France Cannes 2023 Indiana Jones and the Dial of Destiny Red Carpet

From left, Phoebe Waller-Bridge, director James Mangold, Harrison Ford, Shaunette Renee Wilson and Mads Mikkelsen at the premiere of ‘Indiana Jones and the Dial of Destiny’ at the Cannes film festival Thursday. Scott Garfitt/Invision/AP

CANNES, France — The Cannes Film Festival is on, which means stopwatches are out.

Nowhere are the length of standing ovations at high-wattage premieres more carefully recorded and parsed than in Cannes. Did a movie garner a triumphant eight-minute standing ovation? Or did the audience stand for a mere four or five minutes?

How has such an unlikely metric come to reverberate around the world within minutes of a premiere? And why is everyone standing for so long? Don’t their hands get tired?

Such effusive displays of enthusiasm have come to be a hallmark of Cannes and, sometimes, a bit of marketing gimmick for films looking to resonate far from the Croisette. If Cannes, the world’s largest and glitziest film festival, stands for cinematic excess, its thunderous standing ovations can seem like its greatest overindulgence. No one needs a bathroom break?

Less widely understood, though, is how the pageantry of Cannes shapes and distorts standing ovations. When audiences rise after the credits roll in the Grand Theatre Lumière, Cannes’ biggest screen, they aren’t just standing and applauding the movie they just watched.

Immediately after a film wraps, a cameraman swoops in and begins shooting the filmmaker and cast members, who are sitting in the middle of the theater. That video plays live on the screen for everyone inside while the camera – often very patiently – puts each prominent actor in close-up. Applause is only partly for the movie; it’s also for each star.


When “Indiana Jones and the Dial of Destiny” recently premiered in Cannes, the camera gave Mads Mikkelsen, Phoebe Waller-Bridge, Ethann Isidore, Harrison Ford and director James Mangold each their own moment to bask in adulation. In the end, trade publications – which have reporters inside the theater to keep time – clocked the standing ovation at five minutes. Variety pronounced it a “lukewarm” reception.

Inflation may be such a scourge that it’s even affecting standing O’s. In most places in the world, a five-minute standing ovation would count as a dream response. In Cannes, it’s supposedly as tepid as a day-old espresso.

Reviews for “Dial of Destiny” were, indeed, mixed. But it’s also possible that the audience – or the movie’s stars – had had enough after a 142-minute movie that was preceded by a much-cheered tribute to Ford. The next day, a visibly emotional Ford called the experience “indescribable.”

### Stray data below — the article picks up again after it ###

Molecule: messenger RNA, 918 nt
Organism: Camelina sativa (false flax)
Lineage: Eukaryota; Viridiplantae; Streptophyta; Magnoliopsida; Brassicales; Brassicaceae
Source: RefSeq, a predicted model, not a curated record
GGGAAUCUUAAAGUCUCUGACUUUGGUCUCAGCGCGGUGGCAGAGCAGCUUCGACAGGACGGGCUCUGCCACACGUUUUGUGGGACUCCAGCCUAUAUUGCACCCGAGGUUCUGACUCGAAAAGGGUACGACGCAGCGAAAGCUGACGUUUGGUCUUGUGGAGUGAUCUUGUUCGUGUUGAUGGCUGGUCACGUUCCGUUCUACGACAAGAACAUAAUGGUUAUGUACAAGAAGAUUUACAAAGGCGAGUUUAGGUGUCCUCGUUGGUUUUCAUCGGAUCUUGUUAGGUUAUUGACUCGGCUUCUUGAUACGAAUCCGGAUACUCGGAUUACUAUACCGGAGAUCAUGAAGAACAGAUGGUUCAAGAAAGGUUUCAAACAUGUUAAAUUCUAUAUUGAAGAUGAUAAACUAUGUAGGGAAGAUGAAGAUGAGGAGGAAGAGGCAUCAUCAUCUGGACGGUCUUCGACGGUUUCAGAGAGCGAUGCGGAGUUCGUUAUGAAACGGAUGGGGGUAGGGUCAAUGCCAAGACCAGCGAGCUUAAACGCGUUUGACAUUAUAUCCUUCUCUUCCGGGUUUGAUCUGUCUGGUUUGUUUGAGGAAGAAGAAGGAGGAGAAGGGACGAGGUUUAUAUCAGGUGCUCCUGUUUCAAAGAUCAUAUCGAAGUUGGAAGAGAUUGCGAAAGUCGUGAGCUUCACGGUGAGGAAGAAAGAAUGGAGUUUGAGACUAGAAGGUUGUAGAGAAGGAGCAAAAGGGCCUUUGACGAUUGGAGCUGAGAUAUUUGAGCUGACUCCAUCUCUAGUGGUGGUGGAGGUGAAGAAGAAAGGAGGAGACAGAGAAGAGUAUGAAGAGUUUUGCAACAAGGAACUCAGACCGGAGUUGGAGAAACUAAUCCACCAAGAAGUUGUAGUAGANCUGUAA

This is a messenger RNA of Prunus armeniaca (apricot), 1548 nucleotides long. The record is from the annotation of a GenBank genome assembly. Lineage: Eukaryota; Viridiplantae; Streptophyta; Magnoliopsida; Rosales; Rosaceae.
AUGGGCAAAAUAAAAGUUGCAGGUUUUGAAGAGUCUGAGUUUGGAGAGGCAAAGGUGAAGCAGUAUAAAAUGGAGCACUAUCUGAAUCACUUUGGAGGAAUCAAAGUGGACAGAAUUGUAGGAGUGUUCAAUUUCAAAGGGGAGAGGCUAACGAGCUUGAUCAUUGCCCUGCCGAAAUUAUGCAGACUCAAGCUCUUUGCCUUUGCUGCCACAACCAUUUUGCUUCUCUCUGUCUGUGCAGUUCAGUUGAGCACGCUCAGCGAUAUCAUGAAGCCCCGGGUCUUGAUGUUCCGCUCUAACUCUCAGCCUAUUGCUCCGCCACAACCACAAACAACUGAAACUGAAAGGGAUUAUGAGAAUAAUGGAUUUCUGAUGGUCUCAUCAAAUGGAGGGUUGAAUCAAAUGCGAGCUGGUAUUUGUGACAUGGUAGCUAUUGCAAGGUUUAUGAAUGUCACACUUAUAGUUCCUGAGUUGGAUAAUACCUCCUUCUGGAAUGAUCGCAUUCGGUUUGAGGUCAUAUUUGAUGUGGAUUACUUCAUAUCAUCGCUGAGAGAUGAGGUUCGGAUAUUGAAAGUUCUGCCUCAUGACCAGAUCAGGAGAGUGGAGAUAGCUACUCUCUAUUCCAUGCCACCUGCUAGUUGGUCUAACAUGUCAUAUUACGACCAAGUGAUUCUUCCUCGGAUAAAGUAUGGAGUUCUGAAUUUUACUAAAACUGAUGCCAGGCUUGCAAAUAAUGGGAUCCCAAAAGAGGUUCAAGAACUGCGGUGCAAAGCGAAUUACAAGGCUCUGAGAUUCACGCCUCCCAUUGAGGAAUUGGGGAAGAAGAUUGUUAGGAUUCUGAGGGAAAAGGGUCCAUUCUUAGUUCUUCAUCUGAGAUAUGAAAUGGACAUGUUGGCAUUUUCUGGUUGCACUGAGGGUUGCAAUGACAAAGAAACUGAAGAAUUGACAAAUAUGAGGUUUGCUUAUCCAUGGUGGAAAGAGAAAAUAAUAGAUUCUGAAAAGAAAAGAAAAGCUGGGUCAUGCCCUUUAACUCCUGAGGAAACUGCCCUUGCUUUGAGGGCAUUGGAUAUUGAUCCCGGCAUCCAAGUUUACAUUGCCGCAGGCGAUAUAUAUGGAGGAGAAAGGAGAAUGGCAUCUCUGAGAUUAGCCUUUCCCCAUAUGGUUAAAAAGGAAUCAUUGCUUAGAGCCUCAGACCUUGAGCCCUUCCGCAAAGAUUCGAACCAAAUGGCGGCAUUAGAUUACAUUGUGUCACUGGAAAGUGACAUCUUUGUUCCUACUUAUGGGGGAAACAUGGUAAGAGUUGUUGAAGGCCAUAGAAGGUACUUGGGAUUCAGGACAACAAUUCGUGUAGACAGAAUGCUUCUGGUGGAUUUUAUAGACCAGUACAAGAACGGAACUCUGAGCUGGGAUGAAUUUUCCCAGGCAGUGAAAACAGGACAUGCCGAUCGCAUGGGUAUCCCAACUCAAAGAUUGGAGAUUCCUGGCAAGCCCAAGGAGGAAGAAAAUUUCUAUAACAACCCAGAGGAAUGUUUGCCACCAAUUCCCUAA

“The warmth of this place, the sense of community, the welcome is unimaginable,” said Ford. “And it makes me feel good.”

Much of how long a standing ovation endures relates to whether the film’s stars push it along or cater to the camera. At the premiere of Martin Scorsese’s “Flowers of the Killer Moon,” after the film’s expansive cast had gotten their close-ups, Leonardo DiCaprio and others in the film kept clapping, even when most of the auditorium had stopped. Then, Osage tribe members rallied more life into the applause with loud, celebratory whooping.

Nine minutes was ultimately the call for “Flowers of the Killer Moon,” enough to mark a high for this year’s festival. And Scorsese’s period epic drew the kind of headlines that every film wants out of Cannes. Movies don’t get second chances for a first impression, after all.


And for those who experience such responses firsthand, it can be deeply emotional. In 2015, Todd Haynes’ luminous ’50s romance “Carol” launched in Cannes with a 10-minute standing ovation.

“I don’t think we put on the poster that there was a 20-minute standing ovation at Cannes,” said Christine Vachon, the film’s producer. “But when it happens and a movie is celebrated after a lot of hard work, of course it’s incredibly gratifying.”

The longest Cannes ovation on record belongs to Guillermo del Toro’s “Pan’s Labyrinth,” which scored a 22-minute feting, enough time to watch an episode of “Seinfeld” without the ads. Michael Moore’s “Fahrenheit 9/11,” on its way to winning the Palme d’Or at the 2004 Cannes, was applauded for 20 minutes. Jeff Nichols’ “Mud” was cheered for 18 minutes in 2012.

A stopwatch-breaking ovation doesn’t always translate to quality. Lee Daniels’ “The Paperboy” isn’t exactly considered a modern-day classic, but it managed a 15-minute standing O in 2012.

Cannes has long been known for its passionate responses. Some hugely revered films, like Francis Ford Coppola’s “Apocalypse Now,” have famously been booed at the festival. But boos are more likely to be heard in the press screenings than the gala formal-attire premieres. At those, a standing ovation is more or less a matter of etiquette.

At this year’s festival, the most star-studded films have gone over well. Haynes’ “May December,” with Natalie Portman and Julianne Moore, nearly matched the response to his “Carol,” with an eight-minute ovation. Karim Aïnouz’s historical drama “Firebrand,” starring Alicia Vikander and Jude Law,” clocked in with the same. Vikander called the high-decibel roar of the crowd a stirring, unforgettable experience.

“I was shivering a bit,” Vikander said. “It really gets to you.”

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